Economy: diversify to continue growing

Africa as a whole will grow by 3.9% this year, compared to 3.4% from last year, according to the IMF. The organism divides its forecasts into three large regions: sub-Saharan Africa, North Africa (which groups together with Middle East, Afghanistan and Pakistan) and South Africa.

 

 

 

 

For North Africa, the IMF forecasts growths of 2.4% in 2019 and 3% in 2020, while for sub-Saharan Africa the growth is expected to be of 3.5% in 2019 and 3.6% in 2020. However, the evolution will be very uneven between countries: while Angola and Nigeria revised its expectations downwards due to the moderation of petroleum prices, almost a third of the economies will grow above 5% over the upcoming two-year period.

 

Finally, to South Africa, one of the most developed economies in the continent, the forecasts are around a rise of 1.4% this year and 1.7% in the following one. The country is the second largest African power, only behind Nigeria and ahead of Egypt, Algeria, Angola and Morocco.

 

Some of the great challenges for the economic development of the continent are the diversification of the sources of wealth generation (today very dependent on natural resources) and the economic stability, hindered by the lack of democratic development in some of its great powers.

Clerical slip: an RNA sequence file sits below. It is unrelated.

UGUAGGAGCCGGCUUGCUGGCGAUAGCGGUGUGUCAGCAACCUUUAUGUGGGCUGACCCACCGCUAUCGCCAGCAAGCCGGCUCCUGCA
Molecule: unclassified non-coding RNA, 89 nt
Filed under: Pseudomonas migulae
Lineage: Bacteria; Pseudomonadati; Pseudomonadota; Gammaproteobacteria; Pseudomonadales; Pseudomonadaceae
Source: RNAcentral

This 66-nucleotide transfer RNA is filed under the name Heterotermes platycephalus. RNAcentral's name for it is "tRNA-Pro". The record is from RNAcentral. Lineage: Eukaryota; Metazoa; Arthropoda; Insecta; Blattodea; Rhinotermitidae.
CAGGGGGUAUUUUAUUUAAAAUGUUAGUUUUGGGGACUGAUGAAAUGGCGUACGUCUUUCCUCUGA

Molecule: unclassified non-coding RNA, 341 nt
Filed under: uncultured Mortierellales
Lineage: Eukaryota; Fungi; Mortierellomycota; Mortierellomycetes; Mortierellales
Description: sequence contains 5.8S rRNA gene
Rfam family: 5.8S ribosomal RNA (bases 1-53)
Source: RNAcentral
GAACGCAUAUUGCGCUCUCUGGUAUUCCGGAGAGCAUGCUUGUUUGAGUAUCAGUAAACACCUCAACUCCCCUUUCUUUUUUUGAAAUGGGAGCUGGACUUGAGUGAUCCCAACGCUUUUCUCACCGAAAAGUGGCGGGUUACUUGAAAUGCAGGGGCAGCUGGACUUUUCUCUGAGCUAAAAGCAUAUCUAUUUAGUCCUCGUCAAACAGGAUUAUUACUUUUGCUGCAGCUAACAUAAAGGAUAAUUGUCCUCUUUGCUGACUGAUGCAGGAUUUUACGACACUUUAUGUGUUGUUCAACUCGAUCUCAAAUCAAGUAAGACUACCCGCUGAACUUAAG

African countries are making up for these weaknesses with attempts at integration. In this regard, last year 44 African countries signed an agreement to create a free trade area in the continent, although the absence in the pact of Nigeria and South Africa, its two major powers, minimizes its impact.

 

Last year, the G20 also launched the initiative Compact with Africa, with the objective of accelerating investment in the private sector and creating jobs in the continent.

“The central idea behind the Compact is a simple one: create a platform for closer coordination between African countries, international organizations, and bilateral G20 partners to support economic, business, and financial sector reforms that will attract private investment,” explained Christine Lagarde in an article published at the end of last year on the IMF blog, which supports the project.